Being clear about expectations and class policies is crucial. Having policies explicitly stated in the syllabus can prevent future problems. Remember, your syllabus is your contract with your students. Consider having policies about food, technology use, tardiness/attendance, academic honesty, et cetera.

When administering a test or quiz in a large class, there are some options to reduce the workload on you and your teaching assistants while also preserving a high level of academic honesty. Consider using Scantrons, having students sit every other seat and making multiple versions of a test. Requesting proctors or teaching assistants to come in and aid you during an exam may be another option. Some universities make use of a testing center (either a third party or university-operated) where students can take their exams on a computer and receive instant feedback.

Grading can also be an arduous task with a large class. Consider using course management systems such as Blackboard, Sakai, Moodle, Desire2Learn, eCollege and more. This provides a standardized way for students to access grades virtually any time of the day in a manner that is convenient for them.

Challenge # 5 – Student Engagement

Like course management, these are also ongoing issues: keeping students excited, engaged and motivated to learn – both inside and outside of the classroom.

Technology can be a major distraction for students or a wonderful teaching tool for educators. It is important to know how to incorporate technology in a meaningful way – i.e., live-tweeting, using “clickers” or creating a course blog on Word Press, class Facebook page or hashtag for students to keep up with happenings more easily and on the go. According to a study done by the University of Nebraska at Lincoln, 86 percent of students admit to texting throughout class. In the field of mass communication, it is especially important that we “keep up with the times” as instructors, which is why integrating technology is a necessary and crucial part of our syllabus, lesson plan and overall teaching methods.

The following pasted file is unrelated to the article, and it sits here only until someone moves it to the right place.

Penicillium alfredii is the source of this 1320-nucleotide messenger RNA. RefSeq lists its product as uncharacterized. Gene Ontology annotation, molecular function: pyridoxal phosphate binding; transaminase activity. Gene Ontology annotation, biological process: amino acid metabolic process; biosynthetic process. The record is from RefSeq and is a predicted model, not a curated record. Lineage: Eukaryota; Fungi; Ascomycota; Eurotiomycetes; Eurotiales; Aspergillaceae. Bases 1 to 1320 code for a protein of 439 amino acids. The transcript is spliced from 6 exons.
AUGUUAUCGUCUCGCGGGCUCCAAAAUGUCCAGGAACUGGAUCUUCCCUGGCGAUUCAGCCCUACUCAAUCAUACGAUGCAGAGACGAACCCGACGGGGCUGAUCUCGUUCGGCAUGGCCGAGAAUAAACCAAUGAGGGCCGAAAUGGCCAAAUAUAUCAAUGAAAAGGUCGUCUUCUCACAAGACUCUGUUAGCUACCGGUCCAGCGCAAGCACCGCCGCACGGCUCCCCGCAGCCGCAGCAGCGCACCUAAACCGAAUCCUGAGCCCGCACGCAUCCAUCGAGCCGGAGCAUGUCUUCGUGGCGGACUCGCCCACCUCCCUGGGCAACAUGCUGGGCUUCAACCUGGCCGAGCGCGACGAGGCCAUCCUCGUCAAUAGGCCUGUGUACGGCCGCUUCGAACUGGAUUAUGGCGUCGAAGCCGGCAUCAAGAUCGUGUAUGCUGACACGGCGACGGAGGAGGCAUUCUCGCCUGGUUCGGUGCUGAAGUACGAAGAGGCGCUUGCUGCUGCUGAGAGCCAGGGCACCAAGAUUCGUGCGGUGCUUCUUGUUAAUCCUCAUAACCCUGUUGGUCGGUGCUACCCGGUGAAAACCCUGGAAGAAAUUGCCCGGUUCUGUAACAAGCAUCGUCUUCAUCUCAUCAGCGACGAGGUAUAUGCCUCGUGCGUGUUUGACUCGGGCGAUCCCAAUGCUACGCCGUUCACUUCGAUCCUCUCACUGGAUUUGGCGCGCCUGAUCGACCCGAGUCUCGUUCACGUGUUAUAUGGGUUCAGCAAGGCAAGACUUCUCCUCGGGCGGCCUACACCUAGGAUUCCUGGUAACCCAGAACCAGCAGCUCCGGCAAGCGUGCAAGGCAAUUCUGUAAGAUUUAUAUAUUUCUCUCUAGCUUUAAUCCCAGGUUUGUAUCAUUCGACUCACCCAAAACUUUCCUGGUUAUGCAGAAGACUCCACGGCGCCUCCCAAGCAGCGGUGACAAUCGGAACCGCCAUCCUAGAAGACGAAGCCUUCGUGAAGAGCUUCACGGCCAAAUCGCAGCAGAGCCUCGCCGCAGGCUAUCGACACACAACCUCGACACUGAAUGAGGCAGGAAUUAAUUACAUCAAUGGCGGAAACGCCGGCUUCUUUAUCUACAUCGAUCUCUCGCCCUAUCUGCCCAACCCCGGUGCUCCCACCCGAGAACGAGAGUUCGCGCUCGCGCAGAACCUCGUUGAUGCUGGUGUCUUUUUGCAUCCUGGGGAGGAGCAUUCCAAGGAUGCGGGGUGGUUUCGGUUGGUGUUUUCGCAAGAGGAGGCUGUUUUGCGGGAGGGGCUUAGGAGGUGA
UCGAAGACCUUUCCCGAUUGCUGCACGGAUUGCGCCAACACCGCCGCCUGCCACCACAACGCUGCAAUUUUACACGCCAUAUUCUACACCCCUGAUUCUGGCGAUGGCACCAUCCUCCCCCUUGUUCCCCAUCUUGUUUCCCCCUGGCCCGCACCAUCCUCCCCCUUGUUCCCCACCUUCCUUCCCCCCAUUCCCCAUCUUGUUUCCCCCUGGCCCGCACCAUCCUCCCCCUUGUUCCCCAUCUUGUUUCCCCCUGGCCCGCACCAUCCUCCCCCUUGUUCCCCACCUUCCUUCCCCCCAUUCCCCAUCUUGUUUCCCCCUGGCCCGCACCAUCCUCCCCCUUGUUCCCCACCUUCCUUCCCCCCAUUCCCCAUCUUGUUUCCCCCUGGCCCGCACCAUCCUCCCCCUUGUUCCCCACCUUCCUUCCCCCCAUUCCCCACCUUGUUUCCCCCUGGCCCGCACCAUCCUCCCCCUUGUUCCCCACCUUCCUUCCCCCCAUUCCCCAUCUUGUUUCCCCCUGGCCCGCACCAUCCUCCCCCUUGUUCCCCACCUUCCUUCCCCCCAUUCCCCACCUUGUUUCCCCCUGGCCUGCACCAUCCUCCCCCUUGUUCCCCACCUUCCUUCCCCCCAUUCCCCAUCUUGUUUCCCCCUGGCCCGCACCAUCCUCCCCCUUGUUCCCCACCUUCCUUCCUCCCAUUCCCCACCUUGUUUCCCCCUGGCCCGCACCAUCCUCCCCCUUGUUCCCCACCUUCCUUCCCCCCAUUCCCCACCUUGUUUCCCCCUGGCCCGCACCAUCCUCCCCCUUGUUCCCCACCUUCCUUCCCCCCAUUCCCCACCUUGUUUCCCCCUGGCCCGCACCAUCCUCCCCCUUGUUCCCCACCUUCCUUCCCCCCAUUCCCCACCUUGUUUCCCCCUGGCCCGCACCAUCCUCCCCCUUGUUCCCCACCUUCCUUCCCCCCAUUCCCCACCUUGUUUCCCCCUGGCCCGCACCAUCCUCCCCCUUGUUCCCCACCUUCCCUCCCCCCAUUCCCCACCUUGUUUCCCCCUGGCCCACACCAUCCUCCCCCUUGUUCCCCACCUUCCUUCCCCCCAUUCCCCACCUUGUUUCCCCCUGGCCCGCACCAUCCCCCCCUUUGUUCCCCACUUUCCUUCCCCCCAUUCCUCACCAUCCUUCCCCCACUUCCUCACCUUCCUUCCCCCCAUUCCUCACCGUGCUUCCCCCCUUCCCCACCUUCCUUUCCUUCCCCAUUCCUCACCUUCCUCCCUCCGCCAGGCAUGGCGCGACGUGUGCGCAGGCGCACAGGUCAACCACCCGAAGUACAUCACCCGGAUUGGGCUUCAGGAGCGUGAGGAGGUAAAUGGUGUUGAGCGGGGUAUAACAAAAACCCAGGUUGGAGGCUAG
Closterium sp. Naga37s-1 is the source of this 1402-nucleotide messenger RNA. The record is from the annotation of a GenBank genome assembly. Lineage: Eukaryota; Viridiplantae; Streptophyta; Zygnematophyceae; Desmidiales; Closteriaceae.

Attendance (tardiness, leaving early, not showing up at all) can be an issue in a large class where attendance is not mandatory/not recorded and there may not be as much of a feeling of accountability for students. Strategies for dealing with attendance issues include providing incentives to promote attendance, such as quizzes and in-lecture information (not available online or in the textbook) that students must attend to find out. This gives them a reason to come to class.

Many of the teaching centers recommended dealing with discipline issues outside of class – deferring them until before/after class or to office hours may be the best solution, as not to distract the other students and disturb the learning environment.

Encouraging active learning and student engagement is ultimately the responsibility of the instructor, and can vary greatly based on his or her teaching style. In general, allowing students to provide their opinions and feedback to your lecture points allows them to feel more involved and motivates greater participation. Being a dynamic speaker is also important – walking around, varying your tone, providing timely examples and incorporating exciting hypothetical scenarios can help students learn. Echoing McKeachie’s sentiments, students appreciate humor, showing passion for your subject matter, and approachability. This is especially imperative in a large class. Showing students you are more than just a robotic “talking head” can help you forge meaningful professional relationships with your students.


*University of Michigan Center for Research on Learning and Teaching:

*Science Education Resource Center at Carleton College:

*University of Maryland Center for Teaching Excellence:

*Cornell Center for Teaching Excellence:

*Stanford Center for Teaching and Learning:

*University of Arkansas Wally Cordes Teaching and Faculty Support Center:

*CBS Washington, D.C. article about college students and texting during class:

*USA Today College article about students’ thoughts about large lecture courses:

Nicki Karimipour is a doctoral student at the University of Florida and a student in Mass Communication Teaching (MMC 6930).